Aug 18, 2022 News
– Says “We don’t know what’s coming around the corner; not all wells as sweet as 2015 Liza find”
Kaieteur News – When the former APNU+AFC Government had released the Stabroek Block Production Sharing Agreement (PSA) in December 2017, stakeholders far and wide agreed that the inherent provisions leave the country at risk for significant revenue leakage. The loopholes in that document are so damning in size and number that calls echoed throughout the years for renegotiation; for the government to amend some of those terms that leave the nation in a disadvantageous position.
ExxonMobil Corporation’s affiliate, Esso Exploration and Production Guyana Limited (EEPGL) was tightlipped for the most part; only referencing on occasion that it subscribes to the principle of contract sanctity. Just recently however, EEPGL’s Head, Alistair Routledge went a little further to concoct reasons to justify the company’s position. During a bizarre discourse with social media platform, The Guyanese Critic, Routledge was asked to say if the company would ever consider renegotiating the Stabroek Block contract, even if it was merely to appease Guyanese. Routledge said, “Look, the business we’re in is we don’t know what’s coming around the corner. It may look great today but I would say we’ve kind of made it look easy so far. There’s a lot of the resource we found that is going to be more difficult to develop. The returns on those won’t be as good as the first. The Liza field we found was the best resource that we found in the Stabroek Block that was where we started.”
The official added, “So far since then, the (other) reservoirs are not as good; now they’re still very good and at high oil prices that we see today it looks fantastic but we know we’re in a commodity business; we know that we’re in a world where we need to be moving in an energy transition and the oil prices are almost certainly going to fall and so it (the agreement) needs to be robust. It needs to be durable for all the parties for it to continue, for us to continue to invest.”
Though Routledge holds the foregoing points, they all appear hallow when compared to the statements made by ExxonMobil’s CEO and Chairman, Darren Woods.
While he asserted that the company does not know what is coming around the corner, Woods painted a different picture during Exxon’s second quarter earnings call. The CEO had said the company’s US$17.9B profit during the reporting period was not a matter of mere luck but prudent management and analysis of the market. When companies were pulling back on spending during the 2020 COVID-19 hit period, Exxon he said remained bullish and continued heavy investments in key assets like Guyana as they knew its low-cost, low emission barrels would be a safe in any market cycle. Woods even noted that Exxon advanced the engineering work and procurement processes for multiple projects and locking in critical contracts for Guyana and other assets because it sees well into future regarding market demand for low cost barrels.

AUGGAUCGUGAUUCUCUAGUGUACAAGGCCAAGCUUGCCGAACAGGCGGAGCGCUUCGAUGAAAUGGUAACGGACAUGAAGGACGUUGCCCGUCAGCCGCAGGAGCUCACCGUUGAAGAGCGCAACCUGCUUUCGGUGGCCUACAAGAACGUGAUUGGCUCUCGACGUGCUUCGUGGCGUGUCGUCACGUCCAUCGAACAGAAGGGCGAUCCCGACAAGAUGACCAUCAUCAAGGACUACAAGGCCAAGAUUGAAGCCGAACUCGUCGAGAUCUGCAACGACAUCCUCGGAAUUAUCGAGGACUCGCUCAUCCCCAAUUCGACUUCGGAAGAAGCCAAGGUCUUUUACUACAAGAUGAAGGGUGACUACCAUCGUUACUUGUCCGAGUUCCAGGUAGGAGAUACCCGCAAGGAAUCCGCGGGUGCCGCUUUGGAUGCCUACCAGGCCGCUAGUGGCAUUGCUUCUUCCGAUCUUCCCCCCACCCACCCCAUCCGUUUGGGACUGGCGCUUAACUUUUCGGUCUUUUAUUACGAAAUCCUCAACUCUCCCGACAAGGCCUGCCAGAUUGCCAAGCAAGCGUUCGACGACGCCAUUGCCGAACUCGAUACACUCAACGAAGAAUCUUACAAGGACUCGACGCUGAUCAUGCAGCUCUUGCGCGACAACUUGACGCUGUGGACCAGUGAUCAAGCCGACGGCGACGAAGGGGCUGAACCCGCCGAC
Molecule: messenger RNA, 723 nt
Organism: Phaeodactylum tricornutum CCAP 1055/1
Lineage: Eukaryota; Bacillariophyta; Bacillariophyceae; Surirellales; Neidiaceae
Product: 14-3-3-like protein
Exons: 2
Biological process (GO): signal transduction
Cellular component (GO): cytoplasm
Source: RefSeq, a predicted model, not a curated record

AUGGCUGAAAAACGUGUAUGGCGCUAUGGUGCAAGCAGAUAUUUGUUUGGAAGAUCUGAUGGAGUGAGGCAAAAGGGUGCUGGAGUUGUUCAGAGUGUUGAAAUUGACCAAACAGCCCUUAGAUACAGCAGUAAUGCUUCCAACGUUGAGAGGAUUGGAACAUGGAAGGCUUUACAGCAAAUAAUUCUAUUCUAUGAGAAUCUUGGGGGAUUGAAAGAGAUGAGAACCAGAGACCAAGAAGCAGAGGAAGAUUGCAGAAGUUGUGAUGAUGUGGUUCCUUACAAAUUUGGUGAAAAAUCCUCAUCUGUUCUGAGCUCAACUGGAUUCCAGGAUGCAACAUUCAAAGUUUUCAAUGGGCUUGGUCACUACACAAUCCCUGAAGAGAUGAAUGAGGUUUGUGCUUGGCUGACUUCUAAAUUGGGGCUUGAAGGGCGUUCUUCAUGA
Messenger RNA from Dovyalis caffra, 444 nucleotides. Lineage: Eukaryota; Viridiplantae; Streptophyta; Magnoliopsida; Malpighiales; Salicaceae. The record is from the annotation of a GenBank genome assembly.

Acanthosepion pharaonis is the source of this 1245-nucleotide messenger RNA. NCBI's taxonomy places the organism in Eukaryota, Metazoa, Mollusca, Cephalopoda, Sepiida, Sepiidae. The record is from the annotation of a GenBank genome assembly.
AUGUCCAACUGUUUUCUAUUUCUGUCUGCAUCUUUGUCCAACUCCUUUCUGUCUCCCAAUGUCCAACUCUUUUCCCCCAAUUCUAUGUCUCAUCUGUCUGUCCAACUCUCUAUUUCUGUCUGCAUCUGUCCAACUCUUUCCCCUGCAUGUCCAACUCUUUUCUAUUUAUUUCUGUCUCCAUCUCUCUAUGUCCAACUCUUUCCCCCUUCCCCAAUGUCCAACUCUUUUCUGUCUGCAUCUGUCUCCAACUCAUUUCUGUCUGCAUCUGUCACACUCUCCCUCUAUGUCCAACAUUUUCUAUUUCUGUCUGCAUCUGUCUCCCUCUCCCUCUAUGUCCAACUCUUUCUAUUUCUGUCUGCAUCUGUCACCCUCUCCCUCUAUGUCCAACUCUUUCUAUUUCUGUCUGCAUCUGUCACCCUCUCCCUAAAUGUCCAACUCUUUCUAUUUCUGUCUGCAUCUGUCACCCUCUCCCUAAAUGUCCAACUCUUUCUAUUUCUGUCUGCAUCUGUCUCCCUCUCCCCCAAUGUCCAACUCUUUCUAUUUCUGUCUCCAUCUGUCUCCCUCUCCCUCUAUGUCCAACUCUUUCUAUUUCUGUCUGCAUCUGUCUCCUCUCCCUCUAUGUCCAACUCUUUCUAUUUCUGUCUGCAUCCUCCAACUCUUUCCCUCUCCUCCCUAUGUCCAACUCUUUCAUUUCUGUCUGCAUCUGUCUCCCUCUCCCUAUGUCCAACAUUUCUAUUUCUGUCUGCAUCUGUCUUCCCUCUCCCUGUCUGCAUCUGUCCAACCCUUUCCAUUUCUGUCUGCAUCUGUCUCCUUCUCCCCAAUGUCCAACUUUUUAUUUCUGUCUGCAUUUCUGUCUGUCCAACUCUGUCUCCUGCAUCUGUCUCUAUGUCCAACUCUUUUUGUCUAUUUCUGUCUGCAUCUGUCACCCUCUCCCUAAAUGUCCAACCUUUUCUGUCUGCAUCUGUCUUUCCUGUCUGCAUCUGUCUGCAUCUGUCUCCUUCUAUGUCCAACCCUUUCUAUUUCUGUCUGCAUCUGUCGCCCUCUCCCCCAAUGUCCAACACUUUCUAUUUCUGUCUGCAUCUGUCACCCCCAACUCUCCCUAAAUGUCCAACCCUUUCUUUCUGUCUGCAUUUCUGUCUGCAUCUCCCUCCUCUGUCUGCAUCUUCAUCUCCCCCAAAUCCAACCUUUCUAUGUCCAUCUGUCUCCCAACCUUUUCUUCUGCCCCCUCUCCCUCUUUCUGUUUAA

With respect to Routledge’s point that the returns on other wells in Guyana would not be as good as the Liza find, his company’s accelerated approach to develop and have in operation, 10 oil ships in this decade, suggests otherwise. Even Exxon’s partner in the Stabroek Block, Hess Corporation, has hailed all of Guyana’s discoveries and the developments to come as being “industry leading” and key to it securing a future of multibillion dollar profits.
Hess’ boss, John Hess during his second quarter earnings call had also said the Guyana operations will allow it to have over US$1B in profits yearly. He said this is what they would be making with each ship due to the low breakevens and the demand that will exist for Guyana’s sweet crude. Hess has also declared Guyana as a “phenomenal province” with “excellent returns” to be had well into the next three decades.
But that is not all. Guyana’s oil is so sweet that Exxon and partners are drilling deeper to find more. In fact, Hess had said that the Fangtooth discovery which was announced by ExxonMobil Corporation back in January 2022 holds enough oil deposits to underpin its own Floating, Production, Storage and Offloading (FPSO) vessel. Even though the resource is buried 1800 feet below the sea floor, compared to the usual 1500 feet where the other discoveries have been made, Hess said the oil is worth going after and will therefore fall into the queue of oil wells to be developed. The Stabroek Block partner has also bragged that Guyana is two to three times better than any other energy player in offshore development. Both Hess and Exxon have admitted that Guyana is key to their survival during the energy transition. Despite such importance, calls to close even one fiscal loophole in the 2016 deal have continued to be ignored.
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